Legislation to renew and rename the Combating Autism Act was introduced in the Senate while a House version cleared committee and was sent to the House floor. Renamed Autism CARES (the Autism Collaboration, Accountability, Research, Education and Support Act), the legislation is now identical in both houses of Congress and would continue federal funding for autism research and other activites at an annual $260 million level for another five years.
The House Energy & Commerce Committee added the Senate changes to HR.4631, which had been named the Combating Autism Reauthorization Act (CARA) of 2014, and then sent the bill to the House floor for a vote.
“The bipartisan Autism CARES Act represents our strong commitment to continuing the groundbreaking work being done to address autism and build the foundation for these efforts for years to come,”said Menendez.
“I am particularly pleased this bill includes provisions based on my legislation, the AGE-IN Act, to better address the needs of individuals with autism as they grow into adulthood and no longer have the support of school-based programs," he said. "I’m optimistic the House will quickly adopt this language as they continue work on their bill so we can speak with one voice about the importance of reauthorizing these vital programs.”
Both the House and Senate bills would continue federal funding for five years, reconstitute the Interagency Autism Coordinating Council (IACC) and strengthen accountability over federal research funding to avoid any duplication of effort.
A "National Autism Spectrum Disorder Initiative" would be created by elevating an existing official at HHS to serve as the key point person coordinating the federal government's various autism efforts. In addition, a new study would be commissioned to focus on the needs of young adults and transitioning youth with an autism spectrum disorder or other developmental disability, as well as the challenges they face transitioning from school-based services to adult services.From ASAN:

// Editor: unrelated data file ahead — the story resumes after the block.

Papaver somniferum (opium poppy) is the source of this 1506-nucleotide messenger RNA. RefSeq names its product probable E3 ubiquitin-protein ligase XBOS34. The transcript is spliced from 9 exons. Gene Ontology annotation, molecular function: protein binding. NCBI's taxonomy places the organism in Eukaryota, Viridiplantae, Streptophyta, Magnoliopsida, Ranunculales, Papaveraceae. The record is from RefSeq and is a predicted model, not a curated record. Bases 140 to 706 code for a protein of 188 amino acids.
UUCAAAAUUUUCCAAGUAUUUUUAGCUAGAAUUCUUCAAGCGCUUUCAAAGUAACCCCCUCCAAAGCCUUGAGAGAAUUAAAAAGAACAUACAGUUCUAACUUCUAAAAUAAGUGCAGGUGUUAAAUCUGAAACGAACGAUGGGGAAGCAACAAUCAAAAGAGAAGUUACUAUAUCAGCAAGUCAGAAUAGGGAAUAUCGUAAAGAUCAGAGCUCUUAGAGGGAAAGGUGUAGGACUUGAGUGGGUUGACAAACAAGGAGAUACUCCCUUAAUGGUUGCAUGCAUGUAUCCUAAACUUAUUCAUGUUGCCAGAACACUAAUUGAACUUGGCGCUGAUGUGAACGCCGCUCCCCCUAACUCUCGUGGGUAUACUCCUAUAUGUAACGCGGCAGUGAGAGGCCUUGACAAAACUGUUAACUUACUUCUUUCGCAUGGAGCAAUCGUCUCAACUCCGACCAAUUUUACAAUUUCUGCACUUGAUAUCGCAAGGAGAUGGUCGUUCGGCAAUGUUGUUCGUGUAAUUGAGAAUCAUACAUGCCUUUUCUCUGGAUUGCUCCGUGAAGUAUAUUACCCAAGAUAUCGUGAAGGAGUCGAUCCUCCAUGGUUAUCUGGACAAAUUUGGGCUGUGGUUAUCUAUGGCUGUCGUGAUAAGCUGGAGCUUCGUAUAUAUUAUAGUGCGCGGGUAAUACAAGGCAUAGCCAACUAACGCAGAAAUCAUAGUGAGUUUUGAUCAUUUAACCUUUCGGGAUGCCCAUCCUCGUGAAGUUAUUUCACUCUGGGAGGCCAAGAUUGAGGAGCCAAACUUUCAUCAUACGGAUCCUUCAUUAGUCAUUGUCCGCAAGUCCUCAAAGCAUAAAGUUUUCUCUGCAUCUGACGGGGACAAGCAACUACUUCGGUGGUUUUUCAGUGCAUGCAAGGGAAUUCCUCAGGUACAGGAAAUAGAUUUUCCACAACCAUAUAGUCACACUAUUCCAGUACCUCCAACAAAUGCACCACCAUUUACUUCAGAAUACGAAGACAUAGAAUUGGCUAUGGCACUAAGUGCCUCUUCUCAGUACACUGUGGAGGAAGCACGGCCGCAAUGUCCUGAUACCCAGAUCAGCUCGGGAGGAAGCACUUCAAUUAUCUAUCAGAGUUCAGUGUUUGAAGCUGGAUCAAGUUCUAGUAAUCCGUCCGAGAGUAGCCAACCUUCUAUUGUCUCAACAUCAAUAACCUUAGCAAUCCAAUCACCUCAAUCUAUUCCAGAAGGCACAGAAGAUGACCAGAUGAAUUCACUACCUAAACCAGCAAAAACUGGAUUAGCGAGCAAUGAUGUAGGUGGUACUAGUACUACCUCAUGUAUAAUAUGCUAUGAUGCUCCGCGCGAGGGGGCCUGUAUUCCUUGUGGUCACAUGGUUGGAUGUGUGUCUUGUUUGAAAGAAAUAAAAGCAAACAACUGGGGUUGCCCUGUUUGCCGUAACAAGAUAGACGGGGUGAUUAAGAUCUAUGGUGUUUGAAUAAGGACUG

Regrettably, Autism Speaks and its allies actively lobbied against the inclusion of provisions expanding self-advocate representation in research, re-balancing autism research funding to support additional investments in services and adult issues, and requiring the LEND programs to attempt to recruit trainees on the autism spectrum and with other developmental disabilities. We find it profoundly disturbing that some in the autism community continue to lobby against any measures amplifying the voices of those most directly impacted by federal autism policy: autistic people ourselves.
ASAN calls upon our allies in the Autistic, autism and broader disability communities to work both with us and with the administration after passage of the Autism CARES Act to ensure that the implementation of the law is consistent with the provisions of the Schakowsky Amendment, which sets a benchmark for including self-advocate voices and taking steps to address long standing inequities in autism research and service-provision. Each of these provisions can be implemented through executive action absent new statutory language. To quote Rep. Schakowsky, “Increasing the voice of self-advocates will only improve our efforts.”